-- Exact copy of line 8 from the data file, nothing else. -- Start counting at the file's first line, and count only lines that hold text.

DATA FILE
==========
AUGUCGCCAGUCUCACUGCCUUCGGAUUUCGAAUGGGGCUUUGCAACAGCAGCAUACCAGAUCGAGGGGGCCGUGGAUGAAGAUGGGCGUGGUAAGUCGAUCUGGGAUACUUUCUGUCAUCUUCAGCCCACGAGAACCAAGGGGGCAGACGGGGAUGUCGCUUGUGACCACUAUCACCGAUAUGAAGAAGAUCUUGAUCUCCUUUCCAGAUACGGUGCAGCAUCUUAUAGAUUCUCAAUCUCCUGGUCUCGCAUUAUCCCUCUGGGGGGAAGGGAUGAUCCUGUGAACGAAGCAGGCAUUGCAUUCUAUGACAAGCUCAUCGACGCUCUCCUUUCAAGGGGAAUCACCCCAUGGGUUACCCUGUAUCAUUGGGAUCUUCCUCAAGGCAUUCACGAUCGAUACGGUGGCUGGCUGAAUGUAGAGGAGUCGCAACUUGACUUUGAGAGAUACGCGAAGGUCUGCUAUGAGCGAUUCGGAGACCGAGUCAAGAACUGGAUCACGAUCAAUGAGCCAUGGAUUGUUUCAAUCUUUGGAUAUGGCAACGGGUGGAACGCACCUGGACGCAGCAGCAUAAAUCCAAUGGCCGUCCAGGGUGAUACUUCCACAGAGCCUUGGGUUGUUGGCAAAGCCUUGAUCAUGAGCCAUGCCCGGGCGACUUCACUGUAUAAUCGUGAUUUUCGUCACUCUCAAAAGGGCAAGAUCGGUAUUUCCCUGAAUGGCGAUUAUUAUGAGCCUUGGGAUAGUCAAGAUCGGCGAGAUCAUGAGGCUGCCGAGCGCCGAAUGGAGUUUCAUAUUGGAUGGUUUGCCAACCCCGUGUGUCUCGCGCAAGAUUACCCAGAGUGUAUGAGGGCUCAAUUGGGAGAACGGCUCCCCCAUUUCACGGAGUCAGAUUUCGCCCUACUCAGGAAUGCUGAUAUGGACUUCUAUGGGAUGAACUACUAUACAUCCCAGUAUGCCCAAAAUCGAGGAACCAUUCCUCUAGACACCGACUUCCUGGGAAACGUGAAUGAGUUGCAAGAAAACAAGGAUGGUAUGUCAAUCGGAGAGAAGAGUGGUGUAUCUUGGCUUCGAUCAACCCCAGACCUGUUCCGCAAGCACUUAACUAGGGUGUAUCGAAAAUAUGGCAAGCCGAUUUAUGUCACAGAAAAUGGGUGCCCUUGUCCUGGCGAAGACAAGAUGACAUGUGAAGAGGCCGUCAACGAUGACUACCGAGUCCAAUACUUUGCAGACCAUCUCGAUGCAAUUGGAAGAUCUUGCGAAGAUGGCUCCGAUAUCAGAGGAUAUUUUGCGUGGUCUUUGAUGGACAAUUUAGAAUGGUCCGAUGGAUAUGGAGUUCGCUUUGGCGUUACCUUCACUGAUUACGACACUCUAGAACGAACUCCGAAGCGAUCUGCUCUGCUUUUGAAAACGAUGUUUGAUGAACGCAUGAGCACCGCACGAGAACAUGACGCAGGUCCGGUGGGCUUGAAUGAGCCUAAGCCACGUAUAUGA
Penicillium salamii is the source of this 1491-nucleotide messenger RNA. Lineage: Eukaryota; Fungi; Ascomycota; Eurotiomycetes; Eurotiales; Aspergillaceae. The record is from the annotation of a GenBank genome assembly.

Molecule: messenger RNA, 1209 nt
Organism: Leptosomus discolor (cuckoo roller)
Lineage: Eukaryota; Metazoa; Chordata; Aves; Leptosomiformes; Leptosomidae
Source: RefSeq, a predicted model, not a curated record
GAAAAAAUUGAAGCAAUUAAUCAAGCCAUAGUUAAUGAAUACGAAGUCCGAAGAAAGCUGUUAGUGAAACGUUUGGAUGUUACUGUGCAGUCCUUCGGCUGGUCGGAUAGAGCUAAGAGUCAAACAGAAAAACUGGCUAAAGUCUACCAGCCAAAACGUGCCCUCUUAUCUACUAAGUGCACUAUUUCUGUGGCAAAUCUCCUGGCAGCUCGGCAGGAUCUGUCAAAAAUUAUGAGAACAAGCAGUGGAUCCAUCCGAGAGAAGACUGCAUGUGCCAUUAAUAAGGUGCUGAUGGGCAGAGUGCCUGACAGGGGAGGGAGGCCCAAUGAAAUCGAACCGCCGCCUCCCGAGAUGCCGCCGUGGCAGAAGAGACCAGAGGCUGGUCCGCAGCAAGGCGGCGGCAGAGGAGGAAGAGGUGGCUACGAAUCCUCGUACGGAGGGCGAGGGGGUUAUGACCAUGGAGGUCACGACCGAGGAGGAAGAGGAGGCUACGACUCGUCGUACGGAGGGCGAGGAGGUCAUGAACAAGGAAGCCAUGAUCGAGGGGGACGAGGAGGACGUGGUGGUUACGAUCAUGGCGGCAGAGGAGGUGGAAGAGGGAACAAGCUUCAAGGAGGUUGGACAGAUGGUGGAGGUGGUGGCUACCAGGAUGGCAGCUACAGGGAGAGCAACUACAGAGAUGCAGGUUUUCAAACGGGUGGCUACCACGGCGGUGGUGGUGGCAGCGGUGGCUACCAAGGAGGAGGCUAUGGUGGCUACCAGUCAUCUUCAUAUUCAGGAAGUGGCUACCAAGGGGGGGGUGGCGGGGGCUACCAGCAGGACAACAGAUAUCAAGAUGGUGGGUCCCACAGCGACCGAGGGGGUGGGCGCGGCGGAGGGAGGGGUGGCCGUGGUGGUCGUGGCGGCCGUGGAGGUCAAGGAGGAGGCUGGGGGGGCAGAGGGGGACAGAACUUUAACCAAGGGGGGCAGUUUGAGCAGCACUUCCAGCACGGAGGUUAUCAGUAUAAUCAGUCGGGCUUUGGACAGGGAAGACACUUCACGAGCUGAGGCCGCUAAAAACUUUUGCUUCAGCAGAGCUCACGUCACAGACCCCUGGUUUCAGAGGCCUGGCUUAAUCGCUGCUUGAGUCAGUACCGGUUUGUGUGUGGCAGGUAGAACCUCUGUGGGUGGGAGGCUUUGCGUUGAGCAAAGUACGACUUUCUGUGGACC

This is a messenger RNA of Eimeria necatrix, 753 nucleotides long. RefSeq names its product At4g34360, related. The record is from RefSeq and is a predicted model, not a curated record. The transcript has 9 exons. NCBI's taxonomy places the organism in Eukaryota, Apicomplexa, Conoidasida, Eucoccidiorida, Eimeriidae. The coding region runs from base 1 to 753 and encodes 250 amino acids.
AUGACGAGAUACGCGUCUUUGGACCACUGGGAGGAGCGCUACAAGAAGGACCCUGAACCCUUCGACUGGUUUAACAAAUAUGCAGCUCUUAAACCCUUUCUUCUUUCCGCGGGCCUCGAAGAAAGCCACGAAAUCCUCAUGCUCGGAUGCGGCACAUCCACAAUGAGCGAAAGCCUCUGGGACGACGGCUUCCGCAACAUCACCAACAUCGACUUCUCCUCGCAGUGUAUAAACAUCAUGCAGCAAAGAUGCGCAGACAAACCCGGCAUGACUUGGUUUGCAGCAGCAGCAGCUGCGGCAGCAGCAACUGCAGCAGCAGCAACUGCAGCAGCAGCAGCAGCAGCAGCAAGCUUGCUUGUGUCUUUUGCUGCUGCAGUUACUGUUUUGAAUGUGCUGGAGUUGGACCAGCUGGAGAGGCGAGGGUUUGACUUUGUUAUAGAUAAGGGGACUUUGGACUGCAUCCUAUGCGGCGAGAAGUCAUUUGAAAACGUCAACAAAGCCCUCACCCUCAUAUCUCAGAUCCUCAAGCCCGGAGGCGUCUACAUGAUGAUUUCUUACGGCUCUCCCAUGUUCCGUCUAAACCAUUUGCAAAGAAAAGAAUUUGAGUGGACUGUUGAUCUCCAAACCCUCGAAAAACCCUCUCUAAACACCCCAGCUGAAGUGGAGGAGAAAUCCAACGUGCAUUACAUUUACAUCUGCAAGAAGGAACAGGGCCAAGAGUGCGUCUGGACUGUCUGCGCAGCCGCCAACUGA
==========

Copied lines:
This is a messenger RNA of Eimeria necatrix, 753 nucleotides long. RefSeq names its product At4g34360, related. The record is from RefSeq and is a predicted model, not a curated record. The transcript has 9 exons. NCBI's taxonomy places the organism in Eukaryota, Apicomplexa, Conoidasida, Eucoccidiorida, Eimeriidae. The coding region runs from base 1 to 753 and encodes 250 amino acids.